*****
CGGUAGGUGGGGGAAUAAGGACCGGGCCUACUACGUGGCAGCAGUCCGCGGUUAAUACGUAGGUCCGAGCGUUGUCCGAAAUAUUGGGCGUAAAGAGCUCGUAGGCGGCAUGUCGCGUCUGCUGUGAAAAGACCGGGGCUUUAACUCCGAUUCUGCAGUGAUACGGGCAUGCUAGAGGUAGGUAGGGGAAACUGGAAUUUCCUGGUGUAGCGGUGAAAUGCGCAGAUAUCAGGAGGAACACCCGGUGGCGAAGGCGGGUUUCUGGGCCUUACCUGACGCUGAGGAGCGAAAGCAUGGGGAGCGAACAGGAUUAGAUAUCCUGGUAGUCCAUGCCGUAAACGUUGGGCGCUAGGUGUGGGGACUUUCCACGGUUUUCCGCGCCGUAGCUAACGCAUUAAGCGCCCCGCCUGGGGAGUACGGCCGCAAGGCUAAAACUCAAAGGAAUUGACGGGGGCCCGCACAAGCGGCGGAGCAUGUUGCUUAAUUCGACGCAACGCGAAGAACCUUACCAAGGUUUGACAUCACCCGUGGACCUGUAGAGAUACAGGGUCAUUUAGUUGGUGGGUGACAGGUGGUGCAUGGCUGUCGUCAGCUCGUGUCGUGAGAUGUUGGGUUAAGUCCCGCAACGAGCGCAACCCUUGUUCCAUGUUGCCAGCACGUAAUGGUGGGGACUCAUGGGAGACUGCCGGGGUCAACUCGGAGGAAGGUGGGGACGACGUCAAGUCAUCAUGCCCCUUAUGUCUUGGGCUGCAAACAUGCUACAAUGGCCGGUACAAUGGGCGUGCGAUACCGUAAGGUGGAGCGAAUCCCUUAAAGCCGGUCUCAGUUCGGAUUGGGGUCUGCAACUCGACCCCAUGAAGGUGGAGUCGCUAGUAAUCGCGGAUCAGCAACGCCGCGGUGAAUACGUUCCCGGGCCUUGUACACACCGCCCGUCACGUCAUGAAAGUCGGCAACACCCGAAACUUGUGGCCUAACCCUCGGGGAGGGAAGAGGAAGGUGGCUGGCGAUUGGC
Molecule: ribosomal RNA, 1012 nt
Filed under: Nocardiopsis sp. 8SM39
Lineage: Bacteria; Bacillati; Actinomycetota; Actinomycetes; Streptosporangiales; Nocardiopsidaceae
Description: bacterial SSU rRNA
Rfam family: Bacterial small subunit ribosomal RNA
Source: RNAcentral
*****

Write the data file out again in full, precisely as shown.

CGGUAGGUGGGGGAAUAAGGACCGGGCCUACUACGUGGCAGCAGUCCGCGGUUAAUACGUAGGUCCGAGCGUUGUCCGAAAUAUUGGGCGUAAAGAGCUCGUAGGCGGCAUGUCGCGUCUGCUGUGAAAAGACCGGGGCUUUAACUCCGAUUCUGCAGUGAUACGGGCAUGCUAGAGGUAGGUAGGGGAAACUGGAAUUUCCUGGUGUAGCGGUGAAAUGCGCAGAUAUCAGGAGGAACACCCGGUGGCGAAGGCGGGUUUCUGGGCCUUACCUGACGCUGAGGAGCGAAAGCAUGGGGAGCGAACAGGAUUAGAUAUCCUGGUAGUCCAUGCCGUAAACGUUGGGCGCUAGGUGUGGGGACUUUCCACGGUUUUCCGCGCCGUAGCUAACGCAUUAAGCGCCCCGCCUGGGGAGUACGGCCGCAAGGCUAAAACUCAAAGGAAUUGACGGGGGCCCGCACAAGCGGCGGAGCAUGUUGCUUAAUUCGACGCAACGCGAAGAACCUUACCAAGGUUUGACAUCACCCGUGGACCUGUAGAGAUACAGGGUCAUUUAGUUGGUGGGUGACAGGUGGUGCAUGGCUGUCGUCAGCUCGUGUCGUGAGAUGUUGGGUUAAGUCCCGCAACGAGCGCAACCCUUGUUCCAUGUUGCCAGCACGUAAUGGUGGGGACUCAUGGGAGACUGCCGGGGUCAACUCGGAGGAAGGUGGGGACGACGUCAAGUCAUCAUGCCCCUUAUGUCUUGGGCUGCAAACAUGCUACAAUGGCCGGUACAAUGGGCGUGCGAUACCGUAAGGUGGAGCGAAUCCCUUAAAGCCGGUCUCAGUUCGGAUUGGGGUCUGCAACUCGACCCCAUGAAGGUGGAGUCGCUAGUAAUCGCGGAUCAGCAACGCCGCGGUGAAUACGUUCCCGGGCCUUGUACACACCGCCCGUCACGUCAUGAAAGUCGGCAACACCCGAAACUUGUGGCCUAACCCUCGGGGAGGGAAGAGGAAGGUGGCUGGCGAUUGGC
Molecule: ribosomal RNA, 1012 nt
Filed under: Nocardiopsis sp. 8SM39
Lineage: Bacteria; Bacillati; Actinomycetota; Actinomycetes; Streptosporangiales; Nocardiopsidaceae
Description: bacterial SSU rRNA
Rfam family: Bacterial small subunit ribosomal RNA
Source: RNAcentral